to Sihanouk and his colleagues; we should attach to this mission some able Cambodia specialists from the Department; and we
should consider using this occasion for the presentation of a letter from you to Sihanouk (see below).
6. Eugene Black Visit
We should explore the possibility of including Cambodia on the itinerary of Eugene Black when he takes his postponed trip
to the Far East in October. Cambodia is highly pertinent to Black's trip since the Mekong Development Program is currently
hung up on the problem of funds for the next priority project, the Prek Thant Dam complex in Cambodia. Here again, Black might
be the bearer of a Presidential letter (see below).
7. Presidential Letter
Although one must assume that Sihanouk will probably publish any correspondence he receives, however private, consideration
should be given to a letter from you to the Prince, perhaps to be carried by the Senators or Black. The purposes of such a
letter would be reassurance, flattery, and the establishment of a personal channel of communication with a man who places
high value on personal relations. Such a letter would involve obvious risks, but I have attempted an illustrative draft (see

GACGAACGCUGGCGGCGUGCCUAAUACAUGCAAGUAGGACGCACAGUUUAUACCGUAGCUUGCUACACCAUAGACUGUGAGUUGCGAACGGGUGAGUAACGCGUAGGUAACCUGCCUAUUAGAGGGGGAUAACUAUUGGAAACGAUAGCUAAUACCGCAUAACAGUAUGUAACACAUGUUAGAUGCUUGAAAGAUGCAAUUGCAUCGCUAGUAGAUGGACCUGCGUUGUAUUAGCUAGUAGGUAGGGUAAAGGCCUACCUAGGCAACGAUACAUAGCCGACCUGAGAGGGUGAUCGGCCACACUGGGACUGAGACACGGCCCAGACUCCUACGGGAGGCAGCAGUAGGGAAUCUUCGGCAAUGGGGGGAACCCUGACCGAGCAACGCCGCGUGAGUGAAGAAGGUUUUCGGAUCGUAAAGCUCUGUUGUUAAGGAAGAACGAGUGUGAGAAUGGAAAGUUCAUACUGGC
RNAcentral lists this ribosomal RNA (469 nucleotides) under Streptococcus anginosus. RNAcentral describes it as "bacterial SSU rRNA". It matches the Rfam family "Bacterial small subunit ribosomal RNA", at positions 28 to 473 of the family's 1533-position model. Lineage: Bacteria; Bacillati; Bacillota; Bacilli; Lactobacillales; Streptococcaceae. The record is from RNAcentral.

/3/Attached, but not printed.
8. Other Visitors
We should keep in mind the several human assets we hold in Americans for whom the Prince has special friendship or respect.
Among them are Dean Acheson, who won Cambodia's World Court case against Thailand; also Senator Mansfield, Governor Harriman,
and Chester Bowles; of lower visibility but great skill is Major General Edward C.D. Sherrer, one of our most successful MAAG
Chiefs (in Cambodia, 1961-63), who is now serving on the Joint Staff of the Pentagon. In the absence of diplomatic relations,
we should try to keep up a program of unofficial visitors to Phnom Penh.
9. Third Country Mediation
Our diplomatic interests in Cambodia are currently well served by the Australians, whose able Ambassador is close to the